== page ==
The paper "The Marriage Institution in Choosing Mates – The American Way and State of Our Unions" is a good example of an article on social science. In this article, the author sets out to investigate the American way of mate choice by using research findings to discount the widely held supposition that dating provides a valuable experience among couples, and that the experience assists in paving the way for a successful marriage. Although the author dwells considerably on explaining how dating and courting were experienced during the early times, the major aim of the article seems to discount the American dating culture of the marketplace learning viewpoint, which underlines the fact that having a multiplicity of dating partners and then getting to know one or more serious prospects over a prolonged period of time and on reasonably personal terms leads to marital success.
According to the author, this marketplace psychology in choosing spouses has only helped to challenge America’ s premarital Puritanism, leading to increased instances of premarital cohabitation before marriage. In the survey involving 459 women, the researcher found that through dating does not work and the marketplace learning viewpoint is merely a misguided perception when it comes to spouse selection, marital success is not totally unpredictable as it is to a large extent reinforced by love and other factors that structure a couple’ s day-to-day marital relations.
A good way to generalize the points made by the author is to synthesize the most fundamental points that may lead to success in the marriage institution. It has been suggested that although dating may have its own advantages in terms of assisting couples to know each other better before entering into a marital relationship, it cannot in itself lead to a successful marriage.
In this perspective, it is important to highlight the factors that have been known to lead to a successful marriage in the American society, such as love and commitment, sharing power and decision-making in the family, pooling resources, enjoying similar leisure-time activities, having shared values and morals, as well as having mutual friends. Individuals wanting to have successful marriages should desist from selecting their spouses the same way they would buy a car in the marketplace, or undertake dating or courtship for long periods of time as all these variables are not related to marital success.
Ultimately, upon personal reflection, marital success is brought by a life-long commitment to each other, respect, love and sharing in similar family-related attributes and functions. The two questions to guide classroom discussion include (1) can arranged marriages lead to lower divorce and/or separation levels in the American society, and (2) why is selecting a spouse for life-long companionship quite different from buying a car? In this article, the author sets out to “ explore the power dynamic of marriage promotion, particularly in terms of the enforcement of heterosexuality and hierarchies of gender, race, and class. ” Through undertaking an ethnographic study in Oklahoma in 2004, it is clear that the author’ s salient points include (1) marriage promotion initiatives are guided by an assumption that heterosexual pairings define social institutions like marriage and family, (2) U. S.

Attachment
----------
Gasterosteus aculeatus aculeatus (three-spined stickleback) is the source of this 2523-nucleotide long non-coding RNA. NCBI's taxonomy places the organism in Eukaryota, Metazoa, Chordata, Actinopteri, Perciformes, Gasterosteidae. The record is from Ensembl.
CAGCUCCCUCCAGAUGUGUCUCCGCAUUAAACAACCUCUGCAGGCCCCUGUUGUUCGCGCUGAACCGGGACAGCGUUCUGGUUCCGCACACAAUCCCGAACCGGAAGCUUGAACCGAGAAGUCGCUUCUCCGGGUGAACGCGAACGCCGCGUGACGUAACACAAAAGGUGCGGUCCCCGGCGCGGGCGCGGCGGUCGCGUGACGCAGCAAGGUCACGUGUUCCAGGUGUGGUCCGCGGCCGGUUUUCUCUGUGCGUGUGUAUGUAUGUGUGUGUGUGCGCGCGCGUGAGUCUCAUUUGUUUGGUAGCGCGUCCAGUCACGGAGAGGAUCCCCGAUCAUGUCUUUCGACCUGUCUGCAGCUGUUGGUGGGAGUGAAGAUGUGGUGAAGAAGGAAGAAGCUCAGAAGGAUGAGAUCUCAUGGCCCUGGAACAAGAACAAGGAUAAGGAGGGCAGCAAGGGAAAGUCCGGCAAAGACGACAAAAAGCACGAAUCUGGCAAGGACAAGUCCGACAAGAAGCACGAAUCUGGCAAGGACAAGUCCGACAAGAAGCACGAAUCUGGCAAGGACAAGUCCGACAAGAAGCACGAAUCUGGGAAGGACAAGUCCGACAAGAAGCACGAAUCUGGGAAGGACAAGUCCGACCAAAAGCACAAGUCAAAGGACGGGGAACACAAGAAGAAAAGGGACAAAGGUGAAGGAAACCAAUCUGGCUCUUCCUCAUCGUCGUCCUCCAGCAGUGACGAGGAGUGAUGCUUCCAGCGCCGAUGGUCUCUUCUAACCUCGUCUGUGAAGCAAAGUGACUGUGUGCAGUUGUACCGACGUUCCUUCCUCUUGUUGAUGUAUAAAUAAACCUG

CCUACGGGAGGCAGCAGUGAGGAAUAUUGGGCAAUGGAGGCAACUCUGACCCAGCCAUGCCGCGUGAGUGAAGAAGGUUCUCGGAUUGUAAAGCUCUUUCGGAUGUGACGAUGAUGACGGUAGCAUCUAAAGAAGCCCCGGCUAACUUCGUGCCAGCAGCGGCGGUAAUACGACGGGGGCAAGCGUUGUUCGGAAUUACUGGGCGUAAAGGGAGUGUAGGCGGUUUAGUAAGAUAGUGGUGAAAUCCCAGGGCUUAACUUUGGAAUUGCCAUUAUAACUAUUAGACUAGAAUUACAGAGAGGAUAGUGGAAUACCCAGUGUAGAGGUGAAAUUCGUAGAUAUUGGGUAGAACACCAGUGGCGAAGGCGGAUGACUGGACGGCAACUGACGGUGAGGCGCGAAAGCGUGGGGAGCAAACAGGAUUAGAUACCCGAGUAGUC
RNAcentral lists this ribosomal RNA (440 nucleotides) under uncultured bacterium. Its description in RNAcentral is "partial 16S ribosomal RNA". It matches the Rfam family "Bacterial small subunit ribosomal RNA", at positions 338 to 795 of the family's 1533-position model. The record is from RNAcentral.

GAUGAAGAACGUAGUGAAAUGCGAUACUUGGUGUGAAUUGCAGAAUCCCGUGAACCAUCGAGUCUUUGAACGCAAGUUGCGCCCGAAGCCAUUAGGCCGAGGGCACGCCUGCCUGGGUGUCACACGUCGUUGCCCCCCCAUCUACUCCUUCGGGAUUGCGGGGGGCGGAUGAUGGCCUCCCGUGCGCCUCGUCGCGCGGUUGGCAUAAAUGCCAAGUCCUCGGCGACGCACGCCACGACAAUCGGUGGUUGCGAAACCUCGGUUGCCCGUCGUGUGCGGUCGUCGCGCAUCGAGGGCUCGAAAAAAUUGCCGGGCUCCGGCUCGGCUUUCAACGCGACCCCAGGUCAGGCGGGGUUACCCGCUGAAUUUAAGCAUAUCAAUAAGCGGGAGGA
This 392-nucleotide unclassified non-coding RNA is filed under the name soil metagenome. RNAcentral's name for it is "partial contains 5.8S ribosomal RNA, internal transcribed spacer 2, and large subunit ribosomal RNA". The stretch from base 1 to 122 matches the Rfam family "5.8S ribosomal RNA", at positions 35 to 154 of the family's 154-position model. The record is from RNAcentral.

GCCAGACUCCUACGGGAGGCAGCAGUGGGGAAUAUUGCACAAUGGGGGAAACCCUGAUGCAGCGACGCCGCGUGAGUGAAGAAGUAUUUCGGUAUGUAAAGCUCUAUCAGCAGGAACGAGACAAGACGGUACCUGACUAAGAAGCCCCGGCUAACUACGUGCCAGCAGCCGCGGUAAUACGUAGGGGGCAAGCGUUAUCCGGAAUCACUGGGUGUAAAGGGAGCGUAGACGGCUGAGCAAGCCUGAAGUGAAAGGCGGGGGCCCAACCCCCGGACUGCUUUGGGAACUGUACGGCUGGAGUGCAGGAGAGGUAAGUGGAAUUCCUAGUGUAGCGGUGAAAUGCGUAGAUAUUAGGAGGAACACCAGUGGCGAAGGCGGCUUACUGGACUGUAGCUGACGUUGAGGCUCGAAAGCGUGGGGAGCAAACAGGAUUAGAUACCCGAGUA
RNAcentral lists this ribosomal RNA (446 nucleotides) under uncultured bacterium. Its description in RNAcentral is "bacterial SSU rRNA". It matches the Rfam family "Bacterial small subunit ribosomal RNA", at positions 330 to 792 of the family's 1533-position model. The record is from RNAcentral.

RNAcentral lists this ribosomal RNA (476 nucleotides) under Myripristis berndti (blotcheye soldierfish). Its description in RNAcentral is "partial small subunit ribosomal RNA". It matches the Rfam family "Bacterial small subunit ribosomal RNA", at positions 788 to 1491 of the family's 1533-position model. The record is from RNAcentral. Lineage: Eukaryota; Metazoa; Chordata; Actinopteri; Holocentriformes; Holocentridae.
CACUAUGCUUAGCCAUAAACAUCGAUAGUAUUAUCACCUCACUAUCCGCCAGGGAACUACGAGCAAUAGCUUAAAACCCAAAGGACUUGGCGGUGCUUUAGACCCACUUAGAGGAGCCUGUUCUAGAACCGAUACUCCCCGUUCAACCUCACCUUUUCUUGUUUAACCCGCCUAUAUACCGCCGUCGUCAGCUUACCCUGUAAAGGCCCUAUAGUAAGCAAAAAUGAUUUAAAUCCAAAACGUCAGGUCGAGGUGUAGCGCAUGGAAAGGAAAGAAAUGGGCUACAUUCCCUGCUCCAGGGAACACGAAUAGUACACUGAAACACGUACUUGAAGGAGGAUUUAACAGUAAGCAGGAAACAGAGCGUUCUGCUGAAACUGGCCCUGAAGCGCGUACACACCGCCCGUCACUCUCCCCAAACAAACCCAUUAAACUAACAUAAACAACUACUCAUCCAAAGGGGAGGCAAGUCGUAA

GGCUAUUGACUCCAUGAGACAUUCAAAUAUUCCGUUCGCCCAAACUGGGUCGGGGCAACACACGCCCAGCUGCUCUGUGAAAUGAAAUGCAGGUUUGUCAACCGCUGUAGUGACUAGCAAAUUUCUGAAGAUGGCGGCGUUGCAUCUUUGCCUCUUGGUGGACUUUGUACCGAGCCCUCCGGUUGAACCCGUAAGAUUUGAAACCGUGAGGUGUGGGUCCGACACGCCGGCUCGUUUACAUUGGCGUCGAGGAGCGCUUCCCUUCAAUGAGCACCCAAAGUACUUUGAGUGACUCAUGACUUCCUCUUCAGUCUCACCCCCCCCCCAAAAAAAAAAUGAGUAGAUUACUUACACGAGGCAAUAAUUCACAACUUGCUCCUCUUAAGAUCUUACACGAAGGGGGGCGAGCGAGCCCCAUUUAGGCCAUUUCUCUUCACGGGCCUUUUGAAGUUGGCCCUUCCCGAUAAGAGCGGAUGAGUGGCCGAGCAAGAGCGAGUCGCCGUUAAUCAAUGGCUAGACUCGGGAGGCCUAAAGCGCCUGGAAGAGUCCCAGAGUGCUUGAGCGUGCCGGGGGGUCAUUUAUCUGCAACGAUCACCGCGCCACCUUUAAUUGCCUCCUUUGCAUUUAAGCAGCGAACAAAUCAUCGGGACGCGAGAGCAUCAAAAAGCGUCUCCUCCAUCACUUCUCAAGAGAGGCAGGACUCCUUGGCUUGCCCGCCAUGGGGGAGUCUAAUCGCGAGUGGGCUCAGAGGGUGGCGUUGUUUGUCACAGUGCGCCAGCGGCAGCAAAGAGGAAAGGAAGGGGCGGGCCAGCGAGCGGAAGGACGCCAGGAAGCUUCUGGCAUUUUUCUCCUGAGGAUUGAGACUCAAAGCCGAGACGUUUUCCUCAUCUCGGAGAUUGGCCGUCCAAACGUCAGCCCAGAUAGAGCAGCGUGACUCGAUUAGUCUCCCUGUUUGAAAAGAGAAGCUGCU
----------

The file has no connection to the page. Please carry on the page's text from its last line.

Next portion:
federal and state law attaches a substantial number of advantages to heterosexual marriage, (3) there exists a gap between the stated objectives of marriage promotion initiatives and the realities on the ground, (4) fears about the declining importance of the nuclear family in American society is driving federal and state agencies to consider marriage promotion initiatives as a mechanism to re-institutionalize marriage, (5) the white middle-class family is still considered as the lens through which to view issues of marriage and family, and (6) the environment of the marriage promotion initiatives discourages dealing with gender outside the boundaries of marital heterosexuality. The article has important ramifications for sociological thought, especially in the realms of marriage and family issues in American society.
It is important to note how heterosexual relationships and the gender hierarchy that comes with this relationships continue to reinforce male-oriented domination in the marriage institution by compelling women to put up with men’ s idiosyncrasies since ultimately men are perceived as the stronger sex, and also how federal and state agencies across the country continue to embolden the white, middle-class families as a configuration of gender hierarchy predicated upon institutionalized heterosexuality. Consequently, while it is true that the fear of declining importance of the nuclear family unit in the American society is real and that rising family breakups are threatening the public order and imposing new burdens on core institutions in the society, there is need for policymakers and other relevant stakeholders to reformulate and redesign marriage promotion initiatives and workshops so that they do not continue to reinforce heterosexuality and male dominance at the expense of other sexual orientations and equality in marriage.
These initiatives, in my view, should be framed in a manner that the benefits attached to heterosexual marriages should also accrue to legally binding same-sex marriages.
The two questions to guide classroom discussion include (1) are the marriage promotion initiatives in the U. S. doing more harm than good, and (2) what is the relationship between the marriage promotion initiatives and the reinforcement of heterosexual marriages in the country.